Click here to view the full position description and application instructions.
May 26, 2021: Family experience for Spanish-speaking families on surgery day at Lurie Children’s Hospital.

Academic Team: Jennifer Lavin, Allison Robles, Elisa Gordon, Lorena Kuffunger

Department: Ann & Robert H. Lurie Children’s Hospital

Session Facilitators: Josefina Serrato, Center for Community Health (CCH), Tatiana Bustos, Michigan State University

Background: As part of quality improvement efforts, this team previously received feedback that Spanish-speaking families are less satisfied with their care on day of surgery compared to English- speaking families.

ShARP Focus: To better understand Spanish speaking family experiences within the surgery process, and discuss ways to improve the care so that families feel respected and satisfied. This session was conducted entirely in Spanish.

Zoom Panel Participants: 
  • Parents of children who underwent surgery at Lurie Children’s Hospital in the past 6 month

Panelist recommendations summary:
  • Interpretations services are useful and very much needed at a larger scale
  • Specifically, parents shared than in-person or video interpreter is much more effective than over the phone
  • When interpreters are not available, parents indicated that infographics with Spanish written explanations would be helpful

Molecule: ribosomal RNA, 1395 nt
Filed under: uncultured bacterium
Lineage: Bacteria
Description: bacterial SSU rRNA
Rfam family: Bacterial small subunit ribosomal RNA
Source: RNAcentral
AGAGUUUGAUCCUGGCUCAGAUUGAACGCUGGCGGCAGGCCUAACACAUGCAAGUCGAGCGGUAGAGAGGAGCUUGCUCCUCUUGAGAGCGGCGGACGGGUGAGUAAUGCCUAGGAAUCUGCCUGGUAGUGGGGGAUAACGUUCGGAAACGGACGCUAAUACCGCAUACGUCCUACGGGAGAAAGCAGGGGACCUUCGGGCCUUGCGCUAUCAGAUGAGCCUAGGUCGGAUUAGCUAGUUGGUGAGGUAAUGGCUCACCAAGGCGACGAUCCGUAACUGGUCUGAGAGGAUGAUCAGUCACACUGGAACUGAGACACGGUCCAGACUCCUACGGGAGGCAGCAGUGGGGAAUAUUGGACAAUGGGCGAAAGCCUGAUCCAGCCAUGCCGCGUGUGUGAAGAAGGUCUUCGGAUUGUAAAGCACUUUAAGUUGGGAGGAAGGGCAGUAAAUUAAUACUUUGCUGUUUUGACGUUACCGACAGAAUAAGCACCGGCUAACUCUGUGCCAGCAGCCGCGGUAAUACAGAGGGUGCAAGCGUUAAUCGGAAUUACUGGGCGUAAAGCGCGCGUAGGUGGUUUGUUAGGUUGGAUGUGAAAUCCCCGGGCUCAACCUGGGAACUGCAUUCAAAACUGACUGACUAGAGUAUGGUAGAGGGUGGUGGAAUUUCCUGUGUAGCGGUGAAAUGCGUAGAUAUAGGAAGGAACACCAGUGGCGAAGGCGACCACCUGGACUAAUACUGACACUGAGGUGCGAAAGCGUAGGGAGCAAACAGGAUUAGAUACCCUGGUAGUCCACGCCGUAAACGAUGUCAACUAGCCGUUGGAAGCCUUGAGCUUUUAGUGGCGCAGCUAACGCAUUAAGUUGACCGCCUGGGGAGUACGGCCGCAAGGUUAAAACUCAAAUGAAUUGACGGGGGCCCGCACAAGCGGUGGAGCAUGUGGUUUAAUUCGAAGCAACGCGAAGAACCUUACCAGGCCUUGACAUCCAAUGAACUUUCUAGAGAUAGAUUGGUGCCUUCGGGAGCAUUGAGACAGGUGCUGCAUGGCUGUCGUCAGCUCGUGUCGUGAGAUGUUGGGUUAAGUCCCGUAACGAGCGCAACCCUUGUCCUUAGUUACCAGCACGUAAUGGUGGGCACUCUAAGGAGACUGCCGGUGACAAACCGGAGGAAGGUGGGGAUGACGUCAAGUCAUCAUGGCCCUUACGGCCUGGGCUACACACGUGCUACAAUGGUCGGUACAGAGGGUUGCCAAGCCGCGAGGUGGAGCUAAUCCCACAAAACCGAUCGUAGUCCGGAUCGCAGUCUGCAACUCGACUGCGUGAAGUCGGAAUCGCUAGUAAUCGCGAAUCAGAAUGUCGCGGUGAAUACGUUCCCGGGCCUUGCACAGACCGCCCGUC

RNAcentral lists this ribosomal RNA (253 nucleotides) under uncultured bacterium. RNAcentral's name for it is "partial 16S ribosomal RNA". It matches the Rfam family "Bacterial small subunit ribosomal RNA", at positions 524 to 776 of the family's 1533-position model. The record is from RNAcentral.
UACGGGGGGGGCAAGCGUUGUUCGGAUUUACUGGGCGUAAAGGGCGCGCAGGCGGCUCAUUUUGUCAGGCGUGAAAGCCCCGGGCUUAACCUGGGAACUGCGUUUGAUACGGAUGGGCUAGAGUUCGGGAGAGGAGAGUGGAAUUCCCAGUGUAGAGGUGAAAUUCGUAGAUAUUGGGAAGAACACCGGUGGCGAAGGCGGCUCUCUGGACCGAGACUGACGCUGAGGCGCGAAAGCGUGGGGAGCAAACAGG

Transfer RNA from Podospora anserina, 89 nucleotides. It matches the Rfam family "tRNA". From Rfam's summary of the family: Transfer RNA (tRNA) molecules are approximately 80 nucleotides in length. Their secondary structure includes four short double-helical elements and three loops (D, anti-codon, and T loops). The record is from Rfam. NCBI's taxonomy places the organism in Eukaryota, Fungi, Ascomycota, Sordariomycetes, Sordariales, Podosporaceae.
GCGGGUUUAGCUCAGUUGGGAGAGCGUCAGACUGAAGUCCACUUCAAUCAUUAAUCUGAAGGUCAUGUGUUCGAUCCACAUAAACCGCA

• More educational materials in Spanish specific to type of surgery and detailed post-surgery care 
  • Parents shared experiences when communication and instructions were unclear/confusing [emphasis on post-surgery instructions/care]
  • Desire for bedside manner and patience from providers toward families with diverse backgrounds or unique needs 

For more information check out the links below…

Click here to request a ShARP .............................................................
Click here to participate on a ShARP ...................................................
Click here if you are interested in co-facilitating a ShARP ....................
The Center for Community Health is supported, in part, by the
Northwestern University Clinical and Translational Sciences Institute, Grant Number UL1TR001422 from the National Center for
Advancing Translational Sciences, Clinical and Translational Sciences Award
and the
Institute of Public Health and Medicine (IPHAM).
Center for Community Health